A tear, Sarah Jane?
Yes, this is a movie blog. But before movies – and after movies, if I’m honest – there was Doctor Who.
For me, it’s the ultimate example of what they call motion pictures, despite being mostly recorded in multi-camera video on tiny, cramped sets for next to no money. Because it moved – further and faster than any other film, or TV show, or novel has ever done. Past, present, future. Alien planets, foreign countries, the chippy down the road. People came and went; even the lead character changed. But the format was unassailable: go anywhere, do anything.
The smaller the budget, the greater the likelihood that there would be an insanely ambitious monster that couldn’t possibly be realised. It didn’t matter. Because Doctor Who‘s virtues were those of my favourite movies. Character, wit, imagination. So, even though I’m a member of the Star Wars generation, I’m not particularly a sci-fi fan. I’m a fan of writing and directing and acting that dares to achieve beyond its means. It’ll always be the indie flick over the blockbuster for me, and that isn’t me trying to be a hipster, it’s because that’s what Doctor Who taught me to look for – the substance, not the surface.
There is one period in Doctor Who’s history, above all others, that embodies this ethos. Between 1974 and 1977, producer Philip Hinchcliffe and head writer Robert Holmes re-invented a frothy family entertainment into probably the best drama on television. They did this by:
– a) pilfering classic horror movies to scare the shit out of children – King Kong, Frankenstein, The Thing From Another World…
– b) shoving the sometimes clumsy moralising of earlier creative teams into the fabric of the action, for rounded, complex psychology and subtext;
– c) hiring the best young guns working at the BBC… and we’re talking about people of the calibre of costume designer James Acheson, who would go on to win three Oscars for the likes of The Last Emperor.
– and d) making the Doctor and his companion (previously mad scientist and dolly bird) into a Bohemian anti-authoritarian agitator and a crusading journalist.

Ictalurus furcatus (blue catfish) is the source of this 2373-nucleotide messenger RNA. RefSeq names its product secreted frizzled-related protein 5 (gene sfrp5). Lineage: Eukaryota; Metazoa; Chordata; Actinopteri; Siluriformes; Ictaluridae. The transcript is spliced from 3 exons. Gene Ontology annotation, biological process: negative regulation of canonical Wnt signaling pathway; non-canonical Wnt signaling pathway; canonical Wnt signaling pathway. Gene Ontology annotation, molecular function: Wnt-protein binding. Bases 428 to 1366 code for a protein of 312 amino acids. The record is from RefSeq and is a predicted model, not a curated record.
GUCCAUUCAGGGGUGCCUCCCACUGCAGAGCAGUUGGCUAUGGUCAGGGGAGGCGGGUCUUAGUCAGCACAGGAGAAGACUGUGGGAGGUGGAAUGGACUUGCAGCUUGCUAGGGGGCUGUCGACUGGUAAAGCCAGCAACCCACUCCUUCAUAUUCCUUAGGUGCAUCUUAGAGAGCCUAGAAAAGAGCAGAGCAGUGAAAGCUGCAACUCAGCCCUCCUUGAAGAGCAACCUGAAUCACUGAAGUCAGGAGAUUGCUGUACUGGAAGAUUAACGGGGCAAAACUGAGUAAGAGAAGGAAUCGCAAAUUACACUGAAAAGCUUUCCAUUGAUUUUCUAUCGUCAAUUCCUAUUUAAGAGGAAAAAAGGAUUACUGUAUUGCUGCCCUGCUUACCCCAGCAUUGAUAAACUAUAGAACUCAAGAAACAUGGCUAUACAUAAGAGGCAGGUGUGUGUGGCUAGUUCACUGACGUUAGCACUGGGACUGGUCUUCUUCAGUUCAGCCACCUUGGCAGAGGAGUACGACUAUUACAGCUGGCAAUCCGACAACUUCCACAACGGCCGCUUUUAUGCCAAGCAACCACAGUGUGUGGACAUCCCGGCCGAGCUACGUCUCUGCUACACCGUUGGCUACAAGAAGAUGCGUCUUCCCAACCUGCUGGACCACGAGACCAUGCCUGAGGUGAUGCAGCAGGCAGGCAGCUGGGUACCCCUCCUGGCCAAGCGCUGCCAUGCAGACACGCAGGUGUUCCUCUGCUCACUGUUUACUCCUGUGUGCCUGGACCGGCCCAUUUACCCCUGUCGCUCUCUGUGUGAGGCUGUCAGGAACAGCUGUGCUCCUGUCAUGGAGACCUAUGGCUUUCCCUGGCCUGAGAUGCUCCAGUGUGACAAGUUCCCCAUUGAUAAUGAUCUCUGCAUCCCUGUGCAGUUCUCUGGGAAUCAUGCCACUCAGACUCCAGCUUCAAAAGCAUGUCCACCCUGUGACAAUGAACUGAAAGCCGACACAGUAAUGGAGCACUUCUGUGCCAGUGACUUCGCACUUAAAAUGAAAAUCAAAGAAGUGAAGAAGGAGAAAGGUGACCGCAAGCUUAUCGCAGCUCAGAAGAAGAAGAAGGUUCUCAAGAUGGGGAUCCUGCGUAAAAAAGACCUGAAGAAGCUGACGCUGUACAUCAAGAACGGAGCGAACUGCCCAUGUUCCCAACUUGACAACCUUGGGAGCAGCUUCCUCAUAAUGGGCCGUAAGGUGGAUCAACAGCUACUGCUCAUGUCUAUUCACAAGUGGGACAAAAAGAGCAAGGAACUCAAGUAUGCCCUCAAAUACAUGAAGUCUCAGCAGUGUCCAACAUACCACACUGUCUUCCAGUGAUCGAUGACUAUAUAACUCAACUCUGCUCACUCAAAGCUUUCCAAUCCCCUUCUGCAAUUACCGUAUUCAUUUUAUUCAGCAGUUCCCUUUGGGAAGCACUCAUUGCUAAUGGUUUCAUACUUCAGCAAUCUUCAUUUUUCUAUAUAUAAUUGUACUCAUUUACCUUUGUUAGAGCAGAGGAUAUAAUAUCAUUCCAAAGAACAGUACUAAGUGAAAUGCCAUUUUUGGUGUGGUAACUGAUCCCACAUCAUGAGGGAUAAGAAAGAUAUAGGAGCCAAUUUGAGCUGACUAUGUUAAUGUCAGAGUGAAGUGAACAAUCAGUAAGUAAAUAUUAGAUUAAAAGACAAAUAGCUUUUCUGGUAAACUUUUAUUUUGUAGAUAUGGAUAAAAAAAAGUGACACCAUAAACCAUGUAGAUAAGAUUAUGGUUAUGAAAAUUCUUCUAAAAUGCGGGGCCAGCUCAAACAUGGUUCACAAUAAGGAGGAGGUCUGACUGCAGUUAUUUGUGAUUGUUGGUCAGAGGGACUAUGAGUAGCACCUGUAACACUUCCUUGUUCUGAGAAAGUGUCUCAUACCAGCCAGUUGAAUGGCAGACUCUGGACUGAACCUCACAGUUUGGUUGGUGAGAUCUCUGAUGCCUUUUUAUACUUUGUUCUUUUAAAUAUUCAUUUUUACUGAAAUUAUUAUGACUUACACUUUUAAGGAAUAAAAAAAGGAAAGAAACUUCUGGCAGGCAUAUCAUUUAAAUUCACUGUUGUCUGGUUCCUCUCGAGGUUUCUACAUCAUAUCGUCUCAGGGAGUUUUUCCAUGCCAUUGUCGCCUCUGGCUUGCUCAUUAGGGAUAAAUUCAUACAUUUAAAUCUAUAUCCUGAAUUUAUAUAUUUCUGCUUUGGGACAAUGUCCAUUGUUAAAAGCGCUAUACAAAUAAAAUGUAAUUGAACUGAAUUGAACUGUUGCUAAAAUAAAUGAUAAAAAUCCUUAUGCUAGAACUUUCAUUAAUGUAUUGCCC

The Doctor was Tom Baker, and you probably don’t need me to tell you about him. The companion was Sarah Jane Smith, played with such commitment, charm and intelligence by Elisabeth Sladen that she became the archetypal companion. Yes, she screamed. Yes, she was unusually prone to hypnotism. Yes, she once wore an outfit that made her look like Andy Pandy. But she was brave, she was resourceful, she was pro-active, and she had a devil of a tongue on her when somebody treated her like a fool. (Intriguingly, this was the only period in Doctor Who history when both Doctor and companion were Scousers, and their natural sarcasm shines through.) It is a verifiable scientific fact that there is at least one Sarah Jane Smith story in every Doctor Who fan’s all-time top 10.
Lis Sladen was mesmering, and I was always disappointed that she never appeared to have the career she deserved. (Of course, what I didn’t know was that she had the career she wanted, on stage – it’s hard for a child of television to countenance that some actors don’t need a primetime profile to thrive.) And greater minds than mine thought the same. So it was that Russell T. Davies invited Sladen back to play Sarah Jane Smith again – not as a ‘nod to the past’ for the fanboys but a living, breathing presence. Her return in School Reunion remains one of the series’ most emotional, meta-textual moments, a story about the passing of time, and its regrets and memories, but also the realisation that even fictional characters must get on with their lives when the cameras stop rolling.
Sladen was so good, so undimmed in the quality of performance, that a new generation of kids naturally fell in love with her. She got her own show on CBBC, a spin-off as wild and witty and unpatronising as Doctor Who was before it became a national treasure. A kids’ show about a 60-year-old woman getting to live those old dreams of fighting aliens all over again! It’s a stern rebuke to our society’s ageism, and one of the great TV comebacks.
And now she’s gone, aged 63 (the same age as my parents, there’s a sobering thought) and the news, and Twitter, are awash with tributes and genuine sadness. Because she wasn’t just another Doctor Who girl. She was Sarah Jane Smith, braver than Ellen Ripley, funnier than Annie Hall, lovelier than Holly Golighty.
Yes, this is a movie blog, but before movie stars there was Lis Sladen. RIP.